Charlie Kiolbasa was 14 in 2007 when the steel supports on the Interstate 35W bridge buckled and plunged rush-hour traffic into the Mississippi River, leaving him stunned and shaken by the devastation he saw on TV.
"It was scary at the time because my dad would sometimes take that route home from work. There was that brief moment of we're not sure if my dad was on that bridge or not," Kiolbasa recalled recently. "Luckily, he was not."
The collapse of the Minneapolis bridge still had a profound effect on Kiolbasa. It fueled a fascination with bridges and their designs. He remembers downloading a computer game allowing him to virtually construct and test structures.
Eventually, he'd enroll in an engineering program at the University of St. Thomas, where he took on a research project featuring a 3-D model of the gusset plate cited by investigators as the I-35W bridge breaking point.
"We actually made a model that could subject that part to same amount of force that was supposedly under and were able to see all of the internal stresses that part was undergoing," he said.
"This project allowed students to even change the thickness of the plates to show how if they designed the plates to be thicker how it would have held the stresses better," Kiolbasa said.
For Kiolbasa and other new engineers, the collapse provides more than a textbook case of design failure. It's become a powerful teaching tool. That's especially true in Minnesota, where some colleges are using pieces of the salvaged bridge wreckage to reinforce lessons on professional responsibility.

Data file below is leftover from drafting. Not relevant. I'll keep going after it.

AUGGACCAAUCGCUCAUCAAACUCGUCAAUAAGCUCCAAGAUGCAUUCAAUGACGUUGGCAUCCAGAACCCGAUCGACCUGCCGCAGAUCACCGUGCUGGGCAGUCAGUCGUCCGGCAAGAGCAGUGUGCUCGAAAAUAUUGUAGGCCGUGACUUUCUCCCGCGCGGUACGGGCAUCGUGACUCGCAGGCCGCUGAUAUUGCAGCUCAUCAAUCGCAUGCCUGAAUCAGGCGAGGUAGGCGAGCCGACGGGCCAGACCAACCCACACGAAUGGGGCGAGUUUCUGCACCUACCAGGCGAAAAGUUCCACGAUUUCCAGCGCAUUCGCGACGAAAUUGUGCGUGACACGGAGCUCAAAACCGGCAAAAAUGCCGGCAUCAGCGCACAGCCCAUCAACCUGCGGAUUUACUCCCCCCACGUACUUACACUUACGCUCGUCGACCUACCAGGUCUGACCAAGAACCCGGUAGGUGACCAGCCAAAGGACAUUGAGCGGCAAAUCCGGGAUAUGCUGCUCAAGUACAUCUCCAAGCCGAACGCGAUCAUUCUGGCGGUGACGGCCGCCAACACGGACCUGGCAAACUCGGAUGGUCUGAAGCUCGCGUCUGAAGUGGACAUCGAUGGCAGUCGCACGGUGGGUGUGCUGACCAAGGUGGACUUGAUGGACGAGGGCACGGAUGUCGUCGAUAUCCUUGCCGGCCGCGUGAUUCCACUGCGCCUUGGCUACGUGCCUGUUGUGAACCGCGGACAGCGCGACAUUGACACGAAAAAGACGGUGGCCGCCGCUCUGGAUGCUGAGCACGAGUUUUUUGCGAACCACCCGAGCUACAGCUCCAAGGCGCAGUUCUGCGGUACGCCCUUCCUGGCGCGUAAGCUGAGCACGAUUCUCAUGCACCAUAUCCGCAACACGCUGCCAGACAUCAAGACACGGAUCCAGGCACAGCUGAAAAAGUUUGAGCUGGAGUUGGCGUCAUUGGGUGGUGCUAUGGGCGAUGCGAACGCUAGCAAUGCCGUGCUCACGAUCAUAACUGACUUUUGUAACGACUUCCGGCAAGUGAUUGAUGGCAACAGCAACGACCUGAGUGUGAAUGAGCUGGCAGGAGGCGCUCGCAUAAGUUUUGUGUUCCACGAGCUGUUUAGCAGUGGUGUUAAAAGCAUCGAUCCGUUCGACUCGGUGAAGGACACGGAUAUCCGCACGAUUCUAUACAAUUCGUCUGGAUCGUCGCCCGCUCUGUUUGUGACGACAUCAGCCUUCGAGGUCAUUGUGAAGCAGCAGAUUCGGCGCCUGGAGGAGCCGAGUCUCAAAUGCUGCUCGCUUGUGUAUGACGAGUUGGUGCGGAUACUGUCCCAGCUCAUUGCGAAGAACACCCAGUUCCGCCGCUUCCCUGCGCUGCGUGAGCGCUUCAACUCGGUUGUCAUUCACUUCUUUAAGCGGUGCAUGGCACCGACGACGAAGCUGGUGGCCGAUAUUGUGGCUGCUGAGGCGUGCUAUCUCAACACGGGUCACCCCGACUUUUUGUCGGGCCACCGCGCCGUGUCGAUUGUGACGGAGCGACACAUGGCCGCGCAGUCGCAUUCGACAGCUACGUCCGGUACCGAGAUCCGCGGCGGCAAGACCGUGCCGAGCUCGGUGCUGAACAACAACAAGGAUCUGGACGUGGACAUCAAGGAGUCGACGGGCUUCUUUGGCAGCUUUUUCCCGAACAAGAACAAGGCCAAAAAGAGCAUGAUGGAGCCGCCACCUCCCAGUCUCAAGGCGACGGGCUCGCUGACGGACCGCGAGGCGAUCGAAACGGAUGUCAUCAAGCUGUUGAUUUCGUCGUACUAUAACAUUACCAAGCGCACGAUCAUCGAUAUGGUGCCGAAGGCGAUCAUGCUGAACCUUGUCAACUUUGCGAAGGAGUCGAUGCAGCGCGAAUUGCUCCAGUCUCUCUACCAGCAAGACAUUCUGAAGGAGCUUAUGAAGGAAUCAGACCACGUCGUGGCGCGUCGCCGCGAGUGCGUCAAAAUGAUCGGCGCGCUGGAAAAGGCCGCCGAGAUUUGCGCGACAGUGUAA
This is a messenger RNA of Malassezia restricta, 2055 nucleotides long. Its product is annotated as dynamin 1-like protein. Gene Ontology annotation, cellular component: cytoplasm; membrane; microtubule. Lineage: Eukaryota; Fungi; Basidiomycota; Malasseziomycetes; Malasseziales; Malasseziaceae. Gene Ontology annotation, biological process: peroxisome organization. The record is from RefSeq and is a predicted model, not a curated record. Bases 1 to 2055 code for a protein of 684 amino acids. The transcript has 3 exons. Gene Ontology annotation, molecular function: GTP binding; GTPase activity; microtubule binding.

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"You're engineers. You're from Minnesota. You have got to know what happened to this bridge," said Katherine Acton, a St. Thomas engineering professor who taught Kiolbasa and hammers home the point in lectures. "I mean, that's your history."
St. Thomas was among several universities receiving artifacts from the collapsed bridge — pieces as small as bolts and as large as the hulking and twisted beams that became an iconic image of the tragedy.
Once the probe into the deadly bridge collapse concluded and lawsuits were resolved, the Minnesota Department of Transportation gave away steel from the collapsed span. Survivors and first responders got pieces, but the agency also put engineering programs on the list "to help prevent such calamities in the future," said MnDOT spokesperson Kevin Gutknecht.
St. Thomas is still working to find a permanent place for its artifacts — two hunks of the rusting watermelon-green beams and plates with jagged edges from where they snapped.
"There are some pieces that were basically just torn as if you were to squeeze them like they were taffy," Acton said recently as she pointed to one section with a gusset plate that was a sister to the snapped connector blamed in the collapse.
"I think there is something sort of powerful and visceral that you can sense from looking at the pieces that doesn't necessarily jump out from a textbook or even from reading articles about the failure," she said.